I tend to do this with most holidays and special occasions. I feel like we’ve lost the real reasons why our ancestors started these traditions. Today it seems like they’ve become commercialized marketing opportunities for retailers to sell us more stuff.
This feels hollow and shallow to me, so I like to dig a bit deeper. My questioning usually leads me to a google search about the history of the holiday and the original intent. And then I like to develop some sort of small ritual or find a way to honour the essence and spirit of the occasion.
My research about Thanksgiving revealed many different interpretations and contradictions on the original meaning and story.
Of course there’s the familiar American story of the Pilgrim’s arrival on Plymouth Rock in 1620 and the horrible first winter they had. The next spring they befriended the Wampanoag Indians who taught the Pilgrims about the land and together they shared a harvest feast the next fall.
You may not know, the very first North American Thanksgiving celebration was in Canada in 1578 when English explorer Martin Frobisher arrived in Newfoundland and gave thanks for his safe arrival to the New World.
In the late 1800s both Canada and the United States declared national holidays of Thanksgiving.
Today these celebrations are marked by parades, family gatherings, huge retail sales, sporting events and long weekends.
I also wondered why we celebrate so much earlier here in Canada than our friends do in the US? I found out it’s because we are geographically further north which causes our harvest season to happen earlier than it does in the US.
Bottom line, and no big surprise, the season is all about the fall harvest, giving thanks for our blessings throughout the year and being grateful for the good things we enjoy.
Which is an awesome reason for a holiday. But why not celebrate our blessings and gratitude all year long? We all have something to be grateful for.
Here’s my 3 step recipe for giving thanks not just during the fall harvest season, but all year long:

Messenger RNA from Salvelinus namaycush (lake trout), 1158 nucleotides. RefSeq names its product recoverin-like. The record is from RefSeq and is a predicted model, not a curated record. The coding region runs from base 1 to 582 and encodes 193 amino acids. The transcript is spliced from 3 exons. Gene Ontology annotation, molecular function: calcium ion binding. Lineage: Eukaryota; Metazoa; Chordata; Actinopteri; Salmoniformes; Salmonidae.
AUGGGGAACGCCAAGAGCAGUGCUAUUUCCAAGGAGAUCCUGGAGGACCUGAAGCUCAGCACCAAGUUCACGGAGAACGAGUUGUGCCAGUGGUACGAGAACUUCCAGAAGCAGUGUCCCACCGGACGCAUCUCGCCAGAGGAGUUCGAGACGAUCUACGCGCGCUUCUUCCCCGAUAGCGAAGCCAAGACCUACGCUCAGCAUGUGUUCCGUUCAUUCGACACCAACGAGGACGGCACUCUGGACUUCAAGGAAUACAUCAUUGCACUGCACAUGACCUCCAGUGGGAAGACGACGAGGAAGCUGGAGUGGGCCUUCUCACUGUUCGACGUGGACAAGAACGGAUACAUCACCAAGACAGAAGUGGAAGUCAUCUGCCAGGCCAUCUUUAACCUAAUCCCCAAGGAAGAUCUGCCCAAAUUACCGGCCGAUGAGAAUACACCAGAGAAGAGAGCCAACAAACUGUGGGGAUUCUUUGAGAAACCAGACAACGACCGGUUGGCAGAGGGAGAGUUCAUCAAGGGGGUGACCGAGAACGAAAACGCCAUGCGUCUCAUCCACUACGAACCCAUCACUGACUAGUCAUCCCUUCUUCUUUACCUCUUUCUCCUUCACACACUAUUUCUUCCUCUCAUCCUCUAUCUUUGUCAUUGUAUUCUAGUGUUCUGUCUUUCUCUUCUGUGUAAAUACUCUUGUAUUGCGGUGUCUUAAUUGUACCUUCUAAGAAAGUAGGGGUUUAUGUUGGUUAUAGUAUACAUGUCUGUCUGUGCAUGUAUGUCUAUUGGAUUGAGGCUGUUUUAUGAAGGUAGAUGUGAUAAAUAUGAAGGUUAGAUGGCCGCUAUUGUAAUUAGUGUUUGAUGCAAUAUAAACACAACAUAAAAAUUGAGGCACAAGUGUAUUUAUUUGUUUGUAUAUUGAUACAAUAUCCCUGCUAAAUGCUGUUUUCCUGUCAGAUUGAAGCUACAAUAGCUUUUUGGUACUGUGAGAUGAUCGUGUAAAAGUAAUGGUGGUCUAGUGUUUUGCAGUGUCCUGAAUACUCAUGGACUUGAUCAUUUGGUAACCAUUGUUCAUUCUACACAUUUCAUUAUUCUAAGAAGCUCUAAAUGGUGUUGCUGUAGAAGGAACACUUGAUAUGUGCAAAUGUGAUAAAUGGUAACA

1. Start a daily gratitude practice. There’s a ton of research that supports the benefits of a daily gratitude practice. You can keep a list in a journal or you simply reflect back on your day and think about everything you’re grateful for. The point is to find the blessings in each day and find a way to recognize them in a way that works for you.
2. Find the gifts in the moment. Each year, each day, each moment are gifts we are given. But what will you do with that one precious moment, day or life? Most of us rush through life from one thing to the next. Never taking time to pause and simply be in the present moment. Take time to slow down, to notice, to breathe. Take time to embrace the opportunity to find the joy in the moments you are given.
3. Share the love. It’s one thing to feel the blessings in our own lives and jot them down or reflect on them in our minds, but it is a whole other thing to express gratitude to the people in our lives. Once you start a daily gratitude practice for yourself you can then spread the love to others by acknowledging, recognizing, complimenting and thanking the people who enrich your life.
When we can open our hearts and practice grateful living, we have a more joyful existence. There is more optimism, positivity and satisfaction with life.
And while at first it may be hard to move away from critical thinking and complaining, once you get into the swing of things and find a new positive mindset, gratitude will come much more naturally and you will start to the uplifting and nourishing benefits.
“If the only prayer you say in your life is thank you, it will be enough.”
~ Meister Eckhart
Over to you. How does gratitude show up in your life? Is it a daily occurrence or more of a sporadic thing throughout the year? Is there one of these gratitude suggestions you can commit to over the next two weeks?
This post first appeared here in the Halifax Citizen on October 5, 2016.